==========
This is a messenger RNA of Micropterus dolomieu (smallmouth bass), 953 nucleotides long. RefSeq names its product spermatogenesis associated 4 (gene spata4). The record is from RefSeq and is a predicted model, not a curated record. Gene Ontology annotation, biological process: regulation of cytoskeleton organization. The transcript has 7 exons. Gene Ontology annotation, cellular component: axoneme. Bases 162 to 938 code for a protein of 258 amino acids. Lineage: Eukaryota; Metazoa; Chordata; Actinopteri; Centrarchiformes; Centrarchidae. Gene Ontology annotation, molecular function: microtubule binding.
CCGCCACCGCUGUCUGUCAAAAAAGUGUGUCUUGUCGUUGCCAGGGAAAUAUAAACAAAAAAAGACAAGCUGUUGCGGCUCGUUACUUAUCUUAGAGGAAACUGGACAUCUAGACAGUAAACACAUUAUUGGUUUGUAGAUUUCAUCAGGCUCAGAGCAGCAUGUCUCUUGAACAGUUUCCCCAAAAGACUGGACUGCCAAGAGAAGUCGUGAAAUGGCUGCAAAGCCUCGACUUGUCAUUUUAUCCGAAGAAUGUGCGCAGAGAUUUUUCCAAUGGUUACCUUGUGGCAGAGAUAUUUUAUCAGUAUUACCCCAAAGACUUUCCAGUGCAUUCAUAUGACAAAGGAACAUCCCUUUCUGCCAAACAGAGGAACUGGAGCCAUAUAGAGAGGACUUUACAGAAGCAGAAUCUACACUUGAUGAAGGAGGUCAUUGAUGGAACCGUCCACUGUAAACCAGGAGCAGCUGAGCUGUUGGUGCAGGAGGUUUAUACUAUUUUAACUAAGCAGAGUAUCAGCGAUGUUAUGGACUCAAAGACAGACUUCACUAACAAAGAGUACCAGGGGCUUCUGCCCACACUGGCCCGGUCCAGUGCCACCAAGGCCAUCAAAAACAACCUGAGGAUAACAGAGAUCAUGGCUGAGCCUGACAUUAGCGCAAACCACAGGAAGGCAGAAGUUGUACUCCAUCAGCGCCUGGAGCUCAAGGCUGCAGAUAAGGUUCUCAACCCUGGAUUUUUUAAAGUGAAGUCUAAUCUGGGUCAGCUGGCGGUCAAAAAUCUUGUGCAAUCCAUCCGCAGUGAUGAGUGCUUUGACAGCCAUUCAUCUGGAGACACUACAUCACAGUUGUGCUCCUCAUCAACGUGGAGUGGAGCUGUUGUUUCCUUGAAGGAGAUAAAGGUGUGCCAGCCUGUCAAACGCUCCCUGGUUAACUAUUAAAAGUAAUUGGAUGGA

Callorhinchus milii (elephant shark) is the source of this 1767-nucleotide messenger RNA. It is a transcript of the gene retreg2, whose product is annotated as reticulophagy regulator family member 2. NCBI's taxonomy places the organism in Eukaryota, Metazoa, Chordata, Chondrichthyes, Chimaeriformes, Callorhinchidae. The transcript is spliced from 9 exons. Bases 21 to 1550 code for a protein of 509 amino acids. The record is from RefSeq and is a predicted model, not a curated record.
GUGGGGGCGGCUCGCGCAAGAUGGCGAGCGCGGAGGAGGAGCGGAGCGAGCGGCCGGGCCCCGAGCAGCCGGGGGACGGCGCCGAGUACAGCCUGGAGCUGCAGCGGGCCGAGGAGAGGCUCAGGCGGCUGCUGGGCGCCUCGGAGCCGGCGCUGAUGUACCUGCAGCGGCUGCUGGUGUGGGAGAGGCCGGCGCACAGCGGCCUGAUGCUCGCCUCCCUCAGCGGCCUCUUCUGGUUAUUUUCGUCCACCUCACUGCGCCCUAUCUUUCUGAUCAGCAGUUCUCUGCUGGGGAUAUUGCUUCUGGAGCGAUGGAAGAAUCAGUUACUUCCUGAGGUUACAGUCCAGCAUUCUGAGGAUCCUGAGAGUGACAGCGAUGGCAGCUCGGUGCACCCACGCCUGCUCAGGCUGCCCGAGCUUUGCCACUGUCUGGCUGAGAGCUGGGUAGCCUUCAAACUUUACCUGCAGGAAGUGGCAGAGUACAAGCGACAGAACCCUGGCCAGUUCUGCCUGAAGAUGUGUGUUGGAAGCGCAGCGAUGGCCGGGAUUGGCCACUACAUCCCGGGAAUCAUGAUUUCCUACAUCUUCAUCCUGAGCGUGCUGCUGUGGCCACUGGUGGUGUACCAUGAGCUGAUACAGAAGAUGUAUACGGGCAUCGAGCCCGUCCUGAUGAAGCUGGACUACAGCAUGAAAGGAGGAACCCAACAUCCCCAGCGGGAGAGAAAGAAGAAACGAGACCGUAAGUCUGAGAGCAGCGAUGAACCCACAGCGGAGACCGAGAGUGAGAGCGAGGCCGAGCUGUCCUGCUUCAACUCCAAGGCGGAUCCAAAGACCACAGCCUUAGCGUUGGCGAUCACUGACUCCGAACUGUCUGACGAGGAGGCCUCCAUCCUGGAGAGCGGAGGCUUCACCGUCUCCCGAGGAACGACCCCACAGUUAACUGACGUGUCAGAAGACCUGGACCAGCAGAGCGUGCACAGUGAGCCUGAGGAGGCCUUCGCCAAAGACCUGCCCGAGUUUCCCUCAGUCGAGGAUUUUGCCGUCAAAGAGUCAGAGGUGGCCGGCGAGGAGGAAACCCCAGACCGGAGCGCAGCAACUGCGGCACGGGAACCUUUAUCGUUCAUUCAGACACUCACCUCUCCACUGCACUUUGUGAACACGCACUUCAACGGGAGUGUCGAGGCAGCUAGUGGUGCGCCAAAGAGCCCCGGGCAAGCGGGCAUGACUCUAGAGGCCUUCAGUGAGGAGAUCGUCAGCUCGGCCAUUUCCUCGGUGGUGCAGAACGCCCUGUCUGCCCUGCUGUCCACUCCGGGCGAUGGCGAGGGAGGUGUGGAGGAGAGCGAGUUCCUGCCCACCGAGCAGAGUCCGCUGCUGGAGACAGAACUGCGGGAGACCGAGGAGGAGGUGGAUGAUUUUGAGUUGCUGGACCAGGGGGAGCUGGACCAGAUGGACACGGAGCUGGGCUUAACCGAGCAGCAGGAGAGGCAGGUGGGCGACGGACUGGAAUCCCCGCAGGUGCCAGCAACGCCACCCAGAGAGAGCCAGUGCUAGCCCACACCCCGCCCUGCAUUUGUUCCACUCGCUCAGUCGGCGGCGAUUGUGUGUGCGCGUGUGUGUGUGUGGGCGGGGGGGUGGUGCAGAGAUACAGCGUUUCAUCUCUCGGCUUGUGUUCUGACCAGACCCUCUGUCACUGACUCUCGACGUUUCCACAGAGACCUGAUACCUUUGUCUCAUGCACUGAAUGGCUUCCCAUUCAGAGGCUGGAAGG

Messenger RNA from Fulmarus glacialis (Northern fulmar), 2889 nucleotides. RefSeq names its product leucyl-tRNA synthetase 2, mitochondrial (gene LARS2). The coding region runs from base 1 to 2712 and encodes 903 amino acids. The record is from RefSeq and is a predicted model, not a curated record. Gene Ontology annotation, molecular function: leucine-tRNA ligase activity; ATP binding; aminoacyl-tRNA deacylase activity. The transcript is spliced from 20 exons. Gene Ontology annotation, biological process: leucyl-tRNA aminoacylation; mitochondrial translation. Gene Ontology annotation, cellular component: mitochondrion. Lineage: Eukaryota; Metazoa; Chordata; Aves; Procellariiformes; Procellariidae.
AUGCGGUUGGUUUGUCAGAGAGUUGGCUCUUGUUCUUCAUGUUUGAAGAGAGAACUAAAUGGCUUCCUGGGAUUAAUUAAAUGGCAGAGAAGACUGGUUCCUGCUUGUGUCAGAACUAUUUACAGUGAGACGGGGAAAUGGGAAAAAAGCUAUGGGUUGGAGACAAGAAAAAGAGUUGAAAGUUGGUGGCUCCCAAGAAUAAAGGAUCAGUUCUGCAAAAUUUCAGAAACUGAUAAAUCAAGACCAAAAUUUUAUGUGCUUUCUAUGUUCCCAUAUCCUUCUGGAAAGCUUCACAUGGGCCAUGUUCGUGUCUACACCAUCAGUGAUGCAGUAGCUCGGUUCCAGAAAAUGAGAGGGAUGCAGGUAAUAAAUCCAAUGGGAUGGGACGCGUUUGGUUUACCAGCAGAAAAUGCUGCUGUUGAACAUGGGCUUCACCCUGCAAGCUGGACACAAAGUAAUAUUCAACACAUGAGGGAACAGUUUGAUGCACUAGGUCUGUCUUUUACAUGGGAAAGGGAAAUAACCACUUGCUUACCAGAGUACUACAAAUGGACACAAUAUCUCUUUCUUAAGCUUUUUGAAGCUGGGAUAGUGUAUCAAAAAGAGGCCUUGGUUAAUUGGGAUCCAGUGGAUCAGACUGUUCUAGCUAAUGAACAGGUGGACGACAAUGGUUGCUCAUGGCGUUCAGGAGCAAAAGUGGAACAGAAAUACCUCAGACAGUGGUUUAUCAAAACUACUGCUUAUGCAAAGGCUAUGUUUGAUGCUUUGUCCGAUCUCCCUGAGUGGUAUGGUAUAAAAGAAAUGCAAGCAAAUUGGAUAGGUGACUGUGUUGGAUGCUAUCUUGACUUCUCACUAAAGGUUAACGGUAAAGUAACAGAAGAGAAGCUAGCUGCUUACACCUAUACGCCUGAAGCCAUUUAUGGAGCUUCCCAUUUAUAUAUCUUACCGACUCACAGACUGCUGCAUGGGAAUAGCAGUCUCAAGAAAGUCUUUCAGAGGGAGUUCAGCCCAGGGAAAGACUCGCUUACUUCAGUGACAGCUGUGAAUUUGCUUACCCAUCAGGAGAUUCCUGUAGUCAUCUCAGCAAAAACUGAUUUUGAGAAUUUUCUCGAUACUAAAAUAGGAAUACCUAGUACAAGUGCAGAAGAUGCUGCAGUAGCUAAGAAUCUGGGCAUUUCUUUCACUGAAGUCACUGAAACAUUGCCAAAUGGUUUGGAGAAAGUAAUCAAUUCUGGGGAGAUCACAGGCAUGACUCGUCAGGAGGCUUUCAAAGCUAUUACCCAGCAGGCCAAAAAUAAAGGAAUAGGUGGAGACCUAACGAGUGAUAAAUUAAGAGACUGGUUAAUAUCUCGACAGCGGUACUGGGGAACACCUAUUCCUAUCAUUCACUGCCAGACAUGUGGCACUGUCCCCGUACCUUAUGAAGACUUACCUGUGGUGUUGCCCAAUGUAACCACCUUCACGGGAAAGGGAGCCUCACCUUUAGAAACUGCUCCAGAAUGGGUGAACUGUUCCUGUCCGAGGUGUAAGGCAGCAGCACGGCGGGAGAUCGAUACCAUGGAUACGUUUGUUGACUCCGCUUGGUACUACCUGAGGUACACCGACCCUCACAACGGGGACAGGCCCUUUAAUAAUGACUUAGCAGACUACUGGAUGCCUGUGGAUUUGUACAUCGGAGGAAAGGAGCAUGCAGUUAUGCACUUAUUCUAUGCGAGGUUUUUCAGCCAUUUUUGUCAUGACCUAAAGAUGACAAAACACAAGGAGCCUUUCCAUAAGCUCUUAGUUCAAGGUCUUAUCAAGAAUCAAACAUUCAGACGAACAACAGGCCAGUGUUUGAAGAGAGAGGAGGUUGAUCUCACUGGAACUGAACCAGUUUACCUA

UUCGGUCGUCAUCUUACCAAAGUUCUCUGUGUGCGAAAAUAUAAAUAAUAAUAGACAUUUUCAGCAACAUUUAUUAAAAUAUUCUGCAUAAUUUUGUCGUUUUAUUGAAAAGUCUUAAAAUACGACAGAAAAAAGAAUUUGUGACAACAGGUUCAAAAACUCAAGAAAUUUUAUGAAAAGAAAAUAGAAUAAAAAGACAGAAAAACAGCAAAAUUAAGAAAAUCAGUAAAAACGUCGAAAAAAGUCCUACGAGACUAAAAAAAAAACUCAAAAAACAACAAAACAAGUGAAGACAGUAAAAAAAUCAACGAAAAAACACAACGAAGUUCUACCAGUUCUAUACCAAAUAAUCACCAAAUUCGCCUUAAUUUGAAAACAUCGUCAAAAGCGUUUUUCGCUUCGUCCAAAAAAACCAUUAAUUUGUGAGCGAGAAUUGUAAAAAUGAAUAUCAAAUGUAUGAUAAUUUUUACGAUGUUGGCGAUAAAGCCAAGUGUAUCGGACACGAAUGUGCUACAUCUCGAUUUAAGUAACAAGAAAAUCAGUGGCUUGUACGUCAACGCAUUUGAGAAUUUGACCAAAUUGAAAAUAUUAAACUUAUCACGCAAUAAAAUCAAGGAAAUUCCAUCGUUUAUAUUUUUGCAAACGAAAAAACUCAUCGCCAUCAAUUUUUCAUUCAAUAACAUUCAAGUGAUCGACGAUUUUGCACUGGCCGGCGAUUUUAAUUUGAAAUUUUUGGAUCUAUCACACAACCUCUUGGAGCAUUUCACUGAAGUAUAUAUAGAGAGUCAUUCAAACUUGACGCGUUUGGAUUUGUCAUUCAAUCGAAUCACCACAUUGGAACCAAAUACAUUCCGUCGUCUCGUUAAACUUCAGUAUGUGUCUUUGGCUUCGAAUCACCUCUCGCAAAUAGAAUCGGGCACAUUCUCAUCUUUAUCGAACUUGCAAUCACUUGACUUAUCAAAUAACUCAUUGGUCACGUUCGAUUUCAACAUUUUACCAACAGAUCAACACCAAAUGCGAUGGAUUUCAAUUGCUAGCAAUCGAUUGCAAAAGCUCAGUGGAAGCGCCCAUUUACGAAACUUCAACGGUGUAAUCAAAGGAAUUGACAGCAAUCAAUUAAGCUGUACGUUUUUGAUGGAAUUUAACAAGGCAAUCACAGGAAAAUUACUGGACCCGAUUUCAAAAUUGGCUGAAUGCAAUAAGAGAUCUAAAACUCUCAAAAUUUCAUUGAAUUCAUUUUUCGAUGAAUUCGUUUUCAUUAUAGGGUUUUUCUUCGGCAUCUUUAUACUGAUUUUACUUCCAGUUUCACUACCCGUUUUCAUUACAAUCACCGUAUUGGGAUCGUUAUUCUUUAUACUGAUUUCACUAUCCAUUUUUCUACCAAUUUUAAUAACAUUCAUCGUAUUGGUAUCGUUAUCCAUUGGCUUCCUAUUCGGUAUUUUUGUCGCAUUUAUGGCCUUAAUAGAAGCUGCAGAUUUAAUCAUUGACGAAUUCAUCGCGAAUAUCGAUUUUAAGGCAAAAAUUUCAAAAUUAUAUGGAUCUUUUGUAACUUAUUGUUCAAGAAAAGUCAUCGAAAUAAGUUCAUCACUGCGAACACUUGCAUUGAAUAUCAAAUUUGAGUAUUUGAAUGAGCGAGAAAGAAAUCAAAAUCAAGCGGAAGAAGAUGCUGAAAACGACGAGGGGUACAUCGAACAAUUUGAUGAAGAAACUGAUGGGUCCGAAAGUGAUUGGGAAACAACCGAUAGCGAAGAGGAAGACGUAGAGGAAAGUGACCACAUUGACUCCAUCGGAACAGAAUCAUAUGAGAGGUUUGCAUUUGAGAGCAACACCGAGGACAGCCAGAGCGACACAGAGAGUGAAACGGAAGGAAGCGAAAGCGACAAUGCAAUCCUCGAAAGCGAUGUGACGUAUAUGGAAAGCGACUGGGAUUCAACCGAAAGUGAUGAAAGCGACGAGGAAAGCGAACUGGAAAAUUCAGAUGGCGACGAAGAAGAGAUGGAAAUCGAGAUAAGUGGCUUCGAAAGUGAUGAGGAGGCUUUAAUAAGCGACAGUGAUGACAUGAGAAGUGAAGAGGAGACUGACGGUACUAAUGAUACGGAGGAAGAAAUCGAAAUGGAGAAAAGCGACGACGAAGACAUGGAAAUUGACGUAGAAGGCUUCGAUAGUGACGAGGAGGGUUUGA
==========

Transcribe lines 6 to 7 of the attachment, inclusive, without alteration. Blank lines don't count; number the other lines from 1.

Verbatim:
AUGCGGUUGGUUUGUCAGAGAGUUGGCUCUUGUUCUUCAUGUUUGAAGAGAGAACUAAAUGGCUUCCUGGGAUUAAUUAAAUGGCAGAGAAGACUGGUUCCUGCUUGUGUCAGAACUAUUUACAGUGAGACGGGGAAAUGGGAAAAAAGCUAUGGGUUGGAGACAAGAAAAAGAGUUGAAAGUUGGUGGCUCCCAAGAAUAAAGGAUCAGUUCUGCAAAAUUUCAGAAACUGAUAAAUCAAGACCAAAAUUUUAUGUGCUUUCUAUGUUCCCAUAUCCUUCUGGAAAGCUUCACAUGGGCCAUGUUCGUGUCUACACCAUCAGUGAUGCAGUAGCUCGGUUCCAGAAAAUGAGAGGGAUGCAGGUAAUAAAUCCAAUGGGAUGGGACGCGUUUGGUUUACCAGCAGAAAAUGCUGCUGUUGAACAUGGGCUUCACCCUGCAAGCUGGACACAAAGUAAUAUUCAACACAUGAGGGAACAGUUUGAUGCACUAGGUCUGUCUUUUACAUGGGAAAGGGAAAUAACCACUUGCUUACCAGAGUACUACAAAUGGACACAAUAUCUCUUUCUUAAGCUUUUUGAAGCUGGGAUAGUGUAUCAAAAAGAGGCCUUGGUUAAUUGGGAUCCAGUGGAUCAGACUGUUCUAGCUAAUGAACAGGUGGACGACAAUGGUUGCUCAUGGCGUUCAGGAGCAAAAGUGGAACAGAAAUACCUCAGACAGUGGUUUAUCAAAACUACUGCUUAUGCAAAGGCUAUGUUUGAUGCUUUGUCCGAUCUCCCUGAGUGGUAUGGUAUAAAAGAAAUGCAAGCAAAUUGGAUAGGUGACUGUGUUGGAUGCUAUCUUGACUUCUCACUAAAGGUUAACGGUAAAGUAACAGAAGAGAAGCUAGCUGCUUACACCUAUACGCCUGAAGCCAUUUAUGGAGCUUCCCAUUUAUAUAUCUUACCGACUCACAGACUGCUGCAUGGGAAUAGCAGUCUCAAGAAAGUCUUUCAGAGGGAGUUCAGCCCAGGGAAAGACUCGCUUACUUCAGUGACAGCUGUGAAUUUGCUUACCCAUCAGGAGAUUCCUGUAGUCAUCUCAGCAAAAACUGAUUUUGAGAAUUUUCUCGAUACUAAAAUAGGAAUACCUAGUACAAGUGCAGAAGAUGCUGCAGUAGCUAAGAAUCUGGGCAUUUCUUUCACUGAAGUCACUGAAACAUUGCCAAAUGGUUUGGAGAAAGUAAUCAAUUCUGGGGAGAUCACAGGCAUGACUCGUCAGGAGGCUUUCAAAGCUAUUACCCAGCAGGCCAAAAAUAAAGGAAUAGGUGGAGACCUAACGAGUGAUAAAUUAAGAGACUGGUUAAUAUCUCGACAGCGGUACUGGGGAACACCUAUUCCUAUCAUUCACUGCCAGACAUGUGGCACUGUCCCCGUACCUUAUGAAGACUUACCUGUGGUGUUGCCCAAUGUAACCACCUUCACGGGAAAGGGAGCCUCACCUUUAGAAACUGCUCCAGAAUGGGUGAACUGUUCCUGUCCGAGGUGUAAGGCAGCAGCACGGCGGGAGAUCGAUACCAUGGAUACGUUUGUUGACUCCGCUUGGUACUACCUGAGGUACACCGACCCUCACAACGGGGACAGGCCCUUUAAUAAUGACUUAGCAGACUACUGGAUGCCUGUGGAUUUGUACAUCGGAGGAAAGGAGCAUGCAGUUAUGCACUUAUUCUAUGCGAGGUUUUUCAGCCAUUUUUGUCAUGACCUAAAGAUGACAAAACACAAGGAGCCUUUCCAUAAGCUCUUAGUUCAAGGUCUUAUCAAGAAUCAAACAUUCAGACGAACAACAGGCCAGUGUUUGAAGAGAGAGGAGGUUGAUCUCACUGGAACUGAACCAGUUUACCUA

UUCGGUCGUCAUCUUACCAAAGUUCUCUGUGUGCGAAAAUAUAAAUAAUAAUAGACAUUUUCAGCAACAUUUAUUAAAAUAUUCUGCAUAAUUUUGUCGUUUUAUUGAAAAGUCUUAAAAUACGACAGAAAAAAGAAUUUGUGACAACAGGUUCAAAAACUCAAGAAAUUUUAUGAAAAGAAAAUAGAAUAAAAAGACAGAAAAACAGCAAAAUUAAGAAAAUCAGUAAAAACGUCGAAAAAAGUCCUACGAGACUAAAAAAAAAACUCAAAAAACAACAAAACAAGUGAAGACAGUAAAAAAAUCAACGAAAAAACACAACGAAGUUCUACCAGUUCUAUACCAAAUAAUCACCAAAUUCGCCUUAAUUUGAAAACAUCGUCAAAAGCGUUUUUCGCUUCGUCCAAAAAAACCAUUAAUUUGUGAGCGAGAAUUGUAAAAAUGAAUAUCAAAUGUAUGAUAAUUUUUACGAUGUUGGCGAUAAAGCCAAGUGUAUCGGACACGAAUGUGCUACAUCUCGAUUUAAGUAACAAGAAAAUCAGUGGCUUGUACGUCAACGCAUUUGAGAAUUUGACCAAAUUGAAAAUAUUAAACUUAUCACGCAAUAAAAUCAAGGAAAUUCCAUCGUUUAUAUUUUUGCAAACGAAAAAACUCAUCGCCAUCAAUUUUUCAUUCAAUAACAUUCAAGUGAUCGACGAUUUUGCACUGGCCGGCGAUUUUAAUUUGAAAUUUUUGGAUCUAUCACACAACCUCUUGGAGCAUUUCACUGAAGUAUAUAUAGAGAGUCAUUCAAACUUGACGCGUUUGGAUUUGUCAUUCAAUCGAAUCACCACAUUGGAACCAAAUACAUUCCGUCGUCUCGUUAAACUUCAGUAUGUGUCUUUGGCUUCGAAUCACCUCUCGCAAAUAGAAUCGGGCACAUUCUCAUCUUUAUCGAACUUGCAAUCACUUGACUUAUCAAAUAACUCAUUGGUCACGUUCGAUUUCAACAUUUUACCAACAGAUCAACACCAAAUGCGAUGGAUUUCAAUUGCUAGCAAUCGAUUGCAAAAGCUCAGUGGAAGCGCCCAUUUACGAAACUUCAACGGUGUAAUCAAAGGAAUUGACAGCAAUCAAUUAAGCUGUACGUUUUUGAUGGAAUUUAACAAGGCAAUCACAGGAAAAUUACUGGACCCGAUUUCAAAAUUGGCUGAAUGCAAUAAGAGAUCUAAAACUCUCAAAAUUUCAUUGAAUUCAUUUUUCGAUGAAUUCGUUUUCAUUAUAGGGUUUUUCUUCGGCAUCUUUAUACUGAUUUUACUUCCAGUUUCACUACCCGUUUUCAUUACAAUCACCGUAUUGGGAUCGUUAUUCUUUAUACUGAUUUCACUAUCCAUUUUUCUACCAAUUUUAAUAACAUUCAUCGUAUUGGUAUCGUUAUCCAUUGGCUUCCUAUUCGGUAUUUUUGUCGCAUUUAUGGCCUUAAUAGAAGCUGCAGAUUUAAUCAUUGACGAAUUCAUCGCGAAUAUCGAUUUUAAGGCAAAAAUUUCAAAAUUAUAUGGAUCUUUUGUAACUUAUUGUUCAAGAAAAGUCAUCGAAAUAAGUUCAUCACUGCGAACACUUGCAUUGAAUAUCAAAUUUGAGUAUUUGAAUGAGCGAGAAAGAAAUCAAAAUCAAGCGGAAGAAGAUGCUGAAAACGACGAGGGGUACAUCGAACAAUUUGAUGAAGAAACUGAUGGGUCCGAAAGUGAUUGGGAAACAACCGAUAGCGAAGAGGAAGACGUAGAGGAAAGUGACCACAUUGACUCCAUCGGAACAGAAUCAUAUGAGAGGUUUGCAUUUGAGAGCAACACCGAGGACAGCCAGAGCGACACAGAGAGUGAAACGGAAGGAAGCGAAAGCGACAAUGCAAUCCUCGAAAGCGAUGUGACGUAUAUGGAAAGCGACUGGGAUUCAACCGAAAGUGAUGAAAGCGACGAGGAAAGCGAACUGGAAAAUUCAGAUGGCGACGAAGAAGAGAUGGAAAUCGAGAUAAGUGGCUUCGAAAGUGAUGAGGAGGCUUUAAUAAGCGACAGUGAUGACAUGAGAAGUGAAGAGGAGACUGACGGUACUAAUGAUACGGAGGAAGAAAUCGAAAUGGAGAAAAGCGACGACGAAGACAUGGAAAUUGACGUAGAAGGCUUCGAUAGUGACGAGGAGGGUUUGA